February 07, 2018 Dealing with the demon Japanese customer
I thought Google Translate’s Japanese to English had improved tremendously recently and it turns out this is indeed the case, since they introduced Neural Machine Translation in November 2017. This uses deep neural networks to learn how to cope with situations it has not seen before, and translate entire sentences rather than phrases and words.
I still have doubts about the English to Japanese translations, though. I used to caution people against using Google Translate for Japanese pages on their websites, as there have been warnings that one sign of a fraudulent website is badly translated Japanese.
I’m not a native Japanese speaker, but as far as I can tell, running some customer service English webpages through Google Translate, the resulting sentences in Japanese are grammatically correct, but overuse “you” and “I” and get the tone wrong when translating casual, friendly English into Japanese.
NMT clearly knows how to translate polite English phrases into polite Japanese phrases. Japanese polite language, keigo, uses a lot of standard, set phrases and sentences (kimarigotoba), so in some ways it’s easy to translate, even if the word for word literal translation doesn’t work, so long as you know the appropriate set phrase.
I deliberately don’t use the most polite and ornate kimarigotoba myself. If I am too fluent, a Japanese customer may mistake me for a Japanese person, and this raises expectations that are beyond my capabilities to meet. Because I learnt Japanese as a child, my accent sounds like a native Japanese person, so this can easily happen over the phone.
Also, I have to confess, Japanese customers are nicer to you if they know you are not Japanese. The customer in Japan is not just “king”, but “god” – gods that can get angry and turn into “oni” (demons or ogres) if they feel they are not being treated properly.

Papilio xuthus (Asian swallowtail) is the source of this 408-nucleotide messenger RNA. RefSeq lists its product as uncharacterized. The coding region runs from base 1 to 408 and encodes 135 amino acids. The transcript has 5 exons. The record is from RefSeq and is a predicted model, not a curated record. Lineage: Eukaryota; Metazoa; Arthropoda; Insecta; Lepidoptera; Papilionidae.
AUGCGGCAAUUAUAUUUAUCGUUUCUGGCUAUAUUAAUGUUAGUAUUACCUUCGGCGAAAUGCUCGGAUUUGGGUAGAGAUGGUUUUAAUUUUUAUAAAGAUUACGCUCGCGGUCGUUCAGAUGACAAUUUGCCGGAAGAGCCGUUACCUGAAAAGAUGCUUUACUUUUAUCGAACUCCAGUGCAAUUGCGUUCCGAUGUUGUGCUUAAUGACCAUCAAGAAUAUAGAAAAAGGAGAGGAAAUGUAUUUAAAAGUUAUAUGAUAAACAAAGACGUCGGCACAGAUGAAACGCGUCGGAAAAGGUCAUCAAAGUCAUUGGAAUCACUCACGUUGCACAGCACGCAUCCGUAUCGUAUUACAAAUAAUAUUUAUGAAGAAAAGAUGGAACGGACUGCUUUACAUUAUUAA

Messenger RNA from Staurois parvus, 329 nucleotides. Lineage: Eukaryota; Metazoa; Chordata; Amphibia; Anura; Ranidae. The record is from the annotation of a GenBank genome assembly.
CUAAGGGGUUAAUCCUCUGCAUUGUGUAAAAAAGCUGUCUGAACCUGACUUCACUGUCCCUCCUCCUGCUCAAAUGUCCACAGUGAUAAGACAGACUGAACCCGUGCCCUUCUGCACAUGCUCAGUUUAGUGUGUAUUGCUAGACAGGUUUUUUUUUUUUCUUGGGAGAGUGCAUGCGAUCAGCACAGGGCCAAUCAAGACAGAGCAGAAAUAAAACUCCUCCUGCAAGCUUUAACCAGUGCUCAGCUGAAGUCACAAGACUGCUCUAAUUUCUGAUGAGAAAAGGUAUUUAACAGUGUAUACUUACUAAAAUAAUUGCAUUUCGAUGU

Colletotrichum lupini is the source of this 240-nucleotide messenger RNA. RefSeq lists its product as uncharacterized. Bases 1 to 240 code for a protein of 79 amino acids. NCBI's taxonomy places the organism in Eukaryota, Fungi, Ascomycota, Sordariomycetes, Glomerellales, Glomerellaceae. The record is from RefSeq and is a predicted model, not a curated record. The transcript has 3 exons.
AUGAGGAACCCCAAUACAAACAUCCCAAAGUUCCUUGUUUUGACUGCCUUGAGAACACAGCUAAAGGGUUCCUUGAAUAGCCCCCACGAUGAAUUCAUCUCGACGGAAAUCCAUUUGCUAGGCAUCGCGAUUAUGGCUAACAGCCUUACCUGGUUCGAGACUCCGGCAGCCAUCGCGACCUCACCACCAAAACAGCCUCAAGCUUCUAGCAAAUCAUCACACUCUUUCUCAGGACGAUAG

This can have unfortunate consequences for the Japanese native speakers who staff the Japan Desks set up by European professional services firms such lawyers and accountants. These desks perform a useful function by being a first responder to incoming calls or routing them to the appropriate person. Japanese customers prefer to be able to speak directly to the person in charge, but this can sometimes lead to a nasty shock when they discover that their call to lawyer about a routine tax issue has been charged as 1 hour at the partner rate.
But all too often the Japanese native speakers end up having to deal with demanding Japanese customers and clients, without being given the necessary support and empowerment by the firm. Telling Japanese customers that they will just have to put up with delays or quality problems “because that’s normal in Europe” does not go down well, however politely and in perfect Japanese this message is delivered.
For more on working with Japanese customers (internal and external), an edited collection of Pernille Rudlin’s articles on the subject is now available as paperback on Amazon.com.
Japan Intercultural Consulting’s e-learning on working with Japanese companies is also available on Teachable.com